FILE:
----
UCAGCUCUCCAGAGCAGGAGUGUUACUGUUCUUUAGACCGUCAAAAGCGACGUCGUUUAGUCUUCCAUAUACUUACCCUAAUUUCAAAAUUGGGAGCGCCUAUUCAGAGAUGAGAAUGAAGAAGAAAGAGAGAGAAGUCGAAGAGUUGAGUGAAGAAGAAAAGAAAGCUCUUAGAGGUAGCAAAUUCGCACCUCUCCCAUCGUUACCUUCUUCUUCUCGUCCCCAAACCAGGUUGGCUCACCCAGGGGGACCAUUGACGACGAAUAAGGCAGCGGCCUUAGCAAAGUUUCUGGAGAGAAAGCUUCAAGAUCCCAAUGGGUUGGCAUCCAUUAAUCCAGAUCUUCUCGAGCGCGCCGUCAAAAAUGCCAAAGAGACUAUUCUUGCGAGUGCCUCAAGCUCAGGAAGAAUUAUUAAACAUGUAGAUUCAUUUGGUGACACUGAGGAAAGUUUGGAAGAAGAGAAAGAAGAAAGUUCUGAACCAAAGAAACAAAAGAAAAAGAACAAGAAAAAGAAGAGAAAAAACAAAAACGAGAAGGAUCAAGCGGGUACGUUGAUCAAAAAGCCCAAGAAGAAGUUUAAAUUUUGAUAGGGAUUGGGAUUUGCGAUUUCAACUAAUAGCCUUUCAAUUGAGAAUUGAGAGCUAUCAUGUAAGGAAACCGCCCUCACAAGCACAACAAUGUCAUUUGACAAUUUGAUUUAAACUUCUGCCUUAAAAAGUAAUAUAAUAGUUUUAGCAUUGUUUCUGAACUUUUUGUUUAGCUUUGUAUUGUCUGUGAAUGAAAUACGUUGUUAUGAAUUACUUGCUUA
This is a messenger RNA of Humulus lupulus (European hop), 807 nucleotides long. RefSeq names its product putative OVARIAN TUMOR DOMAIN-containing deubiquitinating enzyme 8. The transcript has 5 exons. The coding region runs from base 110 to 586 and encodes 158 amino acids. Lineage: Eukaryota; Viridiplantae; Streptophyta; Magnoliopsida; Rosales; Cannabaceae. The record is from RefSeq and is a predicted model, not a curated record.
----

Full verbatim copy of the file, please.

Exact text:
UCAGCUCUCCAGAGCAGGAGUGUUACUGUUCUUUAGACCGUCAAAAGCGACGUCGUUUAGUCUUCCAUAUACUUACCCUAAUUUCAAAAUUGGGAGCGCCUAUUCAGAGAUGAGAAUGAAGAAGAAAGAGAGAGAAGUCGAAGAGUUGAGUGAAGAAGAAAAGAAAGCUCUUAGAGGUAGCAAAUUCGCACCUCUCCCAUCGUUACCUUCUUCUUCUCGUCCCCAAACCAGGUUGGCUCACCCAGGGGGACCAUUGACGACGAAUAAGGCAGCGGCCUUAGCAAAGUUUCUGGAGAGAAAGCUUCAAGAUCCCAAUGGGUUGGCAUCCAUUAAUCCAGAUCUUCUCGAGCGCGCCGUCAAAAAUGCCAAAGAGACUAUUCUUGCGAGUGCCUCAAGCUCAGGAAGAAUUAUUAAACAUGUAGAUUCAUUUGGUGACACUGAGGAAAGUUUGGAAGAAGAGAAAGAAGAAAGUUCUGAACCAAAGAAACAAAAGAAAAAGAACAAGAAAAAGAAGAGAAAAAACAAAAACGAGAAGGAUCAAGCGGGUACGUUGAUCAAAAAGCCCAAGAAGAAGUUUAAAUUUUGAUAGGGAUUGGGAUUUGCGAUUUCAACUAAUAGCCUUUCAAUUGAGAAUUGAGAGCUAUCAUGUAAGGAAACCGCCCUCACAAGCACAACAAUGUCAUUUGACAAUUUGAUUUAAACUUCUGCCUUAAAAAGUAAUAUAAUAGUUUUAGCAUUGUUUCUGAACUUUUUGUUUAGCUUUGUAUUGUCUGUGAAUGAAAUACGUUGUUAUGAAUUACUUGCUUA
This is a messenger RNA of Humulus lupulus (European hop), 807 nucleotides long. RefSeq names its product putative OVARIAN TUMOR DOMAIN-containing deubiquitinating enzyme 8. The transcript has 5 exons. The coding region runs from base 110 to 586 and encodes 158 amino acids. Lineage: Eukaryota; Viridiplantae; Streptophyta; Magnoliopsida; Rosales; Cannabaceae. The record is from RefSeq and is a predicted model, not a curated record.